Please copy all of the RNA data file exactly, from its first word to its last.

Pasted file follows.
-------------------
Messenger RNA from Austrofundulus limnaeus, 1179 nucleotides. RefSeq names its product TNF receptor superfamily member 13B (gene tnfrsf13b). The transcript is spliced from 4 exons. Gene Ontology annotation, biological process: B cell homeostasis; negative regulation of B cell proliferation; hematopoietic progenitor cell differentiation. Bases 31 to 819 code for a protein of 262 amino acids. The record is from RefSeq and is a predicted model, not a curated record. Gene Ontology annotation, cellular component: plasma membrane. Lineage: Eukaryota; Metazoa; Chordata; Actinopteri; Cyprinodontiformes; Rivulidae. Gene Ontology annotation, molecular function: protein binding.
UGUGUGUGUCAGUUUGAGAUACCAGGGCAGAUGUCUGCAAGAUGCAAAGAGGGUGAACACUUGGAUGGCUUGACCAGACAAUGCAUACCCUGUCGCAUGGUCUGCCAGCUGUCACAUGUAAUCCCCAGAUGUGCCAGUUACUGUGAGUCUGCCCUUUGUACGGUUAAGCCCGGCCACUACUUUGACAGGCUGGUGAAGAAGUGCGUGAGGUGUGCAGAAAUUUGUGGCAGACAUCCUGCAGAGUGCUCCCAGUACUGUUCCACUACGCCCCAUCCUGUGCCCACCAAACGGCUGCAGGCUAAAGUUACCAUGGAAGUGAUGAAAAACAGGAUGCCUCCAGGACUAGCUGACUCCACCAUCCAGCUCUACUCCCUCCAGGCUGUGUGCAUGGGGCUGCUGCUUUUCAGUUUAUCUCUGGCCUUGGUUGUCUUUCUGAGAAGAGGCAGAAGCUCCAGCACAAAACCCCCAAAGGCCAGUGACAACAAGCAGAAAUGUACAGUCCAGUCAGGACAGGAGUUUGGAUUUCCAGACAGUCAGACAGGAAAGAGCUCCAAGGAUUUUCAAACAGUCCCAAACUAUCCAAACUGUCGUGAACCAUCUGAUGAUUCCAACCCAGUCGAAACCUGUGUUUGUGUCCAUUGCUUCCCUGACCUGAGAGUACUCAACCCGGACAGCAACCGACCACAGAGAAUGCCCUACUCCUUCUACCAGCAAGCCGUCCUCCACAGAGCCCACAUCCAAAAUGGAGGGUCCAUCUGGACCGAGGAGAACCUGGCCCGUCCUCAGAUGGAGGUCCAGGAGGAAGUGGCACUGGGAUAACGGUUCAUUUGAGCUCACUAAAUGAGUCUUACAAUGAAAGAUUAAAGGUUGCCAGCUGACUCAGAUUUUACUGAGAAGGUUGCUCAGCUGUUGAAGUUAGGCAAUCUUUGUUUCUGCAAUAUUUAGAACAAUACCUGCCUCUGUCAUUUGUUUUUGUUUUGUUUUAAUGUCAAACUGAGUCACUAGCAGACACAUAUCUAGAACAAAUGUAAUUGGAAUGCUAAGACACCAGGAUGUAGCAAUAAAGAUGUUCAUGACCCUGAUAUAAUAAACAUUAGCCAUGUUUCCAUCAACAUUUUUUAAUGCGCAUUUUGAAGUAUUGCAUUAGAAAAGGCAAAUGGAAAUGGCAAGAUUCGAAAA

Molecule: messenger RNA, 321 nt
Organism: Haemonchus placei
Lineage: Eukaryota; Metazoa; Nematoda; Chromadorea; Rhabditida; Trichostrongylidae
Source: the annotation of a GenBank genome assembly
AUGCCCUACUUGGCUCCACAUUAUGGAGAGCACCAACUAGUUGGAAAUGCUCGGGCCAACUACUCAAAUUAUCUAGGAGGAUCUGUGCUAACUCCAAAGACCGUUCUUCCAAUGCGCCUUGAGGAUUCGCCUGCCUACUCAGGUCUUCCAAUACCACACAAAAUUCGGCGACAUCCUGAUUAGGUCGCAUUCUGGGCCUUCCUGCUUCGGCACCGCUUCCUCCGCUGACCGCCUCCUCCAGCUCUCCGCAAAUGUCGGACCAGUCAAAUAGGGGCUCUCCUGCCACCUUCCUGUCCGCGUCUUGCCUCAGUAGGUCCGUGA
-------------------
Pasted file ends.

Messenger RNA from Austrofundulus limnaeus, 1179 nucleotides. RefSeq names its product TNF receptor superfamily member 13B (gene tnfrsf13b). The transcript is spliced from 4 exons. Gene Ontology annotation, biological process: B cell homeostasis; negative regulation of B cell proliferation; hematopoietic progenitor cell differentiation. Bases 31 to 819 code for a protein of 262 amino acids. The record is from RefSeq and is a predicted model, not a curated record. Gene Ontology annotation, cellular component: plasma membrane. Lineage: Eukaryota; Metazoa; Chordata; Actinopteri; Cyprinodontiformes; Rivulidae. Gene Ontology annotation, molecular function: protein binding.
UGUGUGUGUCAGUUUGAGAUACCAGGGCAGAUGUCUGCAAGAUGCAAAGAGGGUGAACACUUGGAUGGCUUGACCAGACAAUGCAUACCCUGUCGCAUGGUCUGCCAGCUGUCACAUGUAAUCCCCAGAUGUGCCAGUUACUGUGAGUCUGCCCUUUGUACGGUUAAGCCCGGCCACUACUUUGACAGGCUGGUGAAGAAGUGCGUGAGGUGUGCAGAAAUUUGUGGCAGACAUCCUGCAGAGUGCUCCCAGUACUGUUCCACUACGCCCCAUCCUGUGCCCACCAAACGGCUGCAGGCUAAAGUUACCAUGGAAGUGAUGAAAAACAGGAUGCCUCCAGGACUAGCUGACUCCACCAUCCAGCUCUACUCCCUCCAGGCUGUGUGCAUGGGGCUGCUGCUUUUCAGUUUAUCUCUGGCCUUGGUUGUCUUUCUGAGAAGAGGCAGAAGCUCCAGCACAAAACCCCCAAAGGCCAGUGACAACAAGCAGAAAUGUACAGUCCAGUCAGGACAGGAGUUUGGAUUUCCAGACAGUCAGACAGGAAAGAGCUCCAAGGAUUUUCAAACAGUCCCAAACUAUCCAAACUGUCGUGAACCAUCUGAUGAUUCCAACCCAGUCGAAACCUGUGUUUGUGUCCAUUGCUUCCCUGACCUGAGAGUACUCAACCCGGACAGCAACCGACCACAGAGAAUGCCCUACUCCUUCUACCAGCAAGCCGUCCUCCACAGAGCCCACAUCCAAAAUGGAGGGUCCAUCUGGACCGAGGAGAACCUGGCCCGUCCUCAGAUGGAGGUCCAGGAGGAAGUGGCACUGGGAUAACGGUUCAUUUGAGCUCACUAAAUGAGUCUUACAAUGAAAGAUUAAAGGUUGCCAGCUGACUCAGAUUUUACUGAGAAGGUUGCUCAGCUGUUGAAGUUAGGCAAUCUUUGUUUCUGCAAUAUUUAGAACAAUACCUGCCUCUGUCAUUUGUUUUUGUUUUGUUUUAAUGUCAAACUGAGUCACUAGCAGACACAUAUCUAGAACAAAUGUAAUUGGAAUGCUAAGACACCAGGAUGUAGCAAUAAAGAUGUUCAUGACCCUGAUAUAAUAAACAUUAGCCAUGUUUCCAUCAACAUUUUUUAAUGCGCAUUUUGAAGUAUUGCAUUAGAAAAGGCAAAUGGAAAUGGCAAGAUUCGAAAA

Molecule: messenger RNA, 321 nt
Organism: Haemonchus placei
Lineage: Eukaryota; Metazoa; Nematoda; Chromadorea; Rhabditida; Trichostrongylidae
Source: the annotation of a GenBank genome assembly
AUGCCCUACUUGGCUCCACAUUAUGGAGAGCACCAACUAGUUGGAAAUGCUCGGGCCAACUACUCAAAUUAUCUAGGAGGAUCUGUGCUAACUCCAAAGACCGUUCUUCCAAUGCGCCUUGAGGAUUCGCCUGCCUACUCAGGUCUUCCAAUACCACACAAAAUUCGGCGACAUCCUGAUUAGGUCGCAUUCUGGGCCUUCCUGCUUCGGCACCGCUUCCUCCGCUGACCGCCUCCUCCAGCUCUCCGCAAAUGUCGGACCAGUCAAAUAGGGGCUCUCCUGCCACCUUCCUGUCCGCGUCUUGCCUCAGUAGGUCCGUGA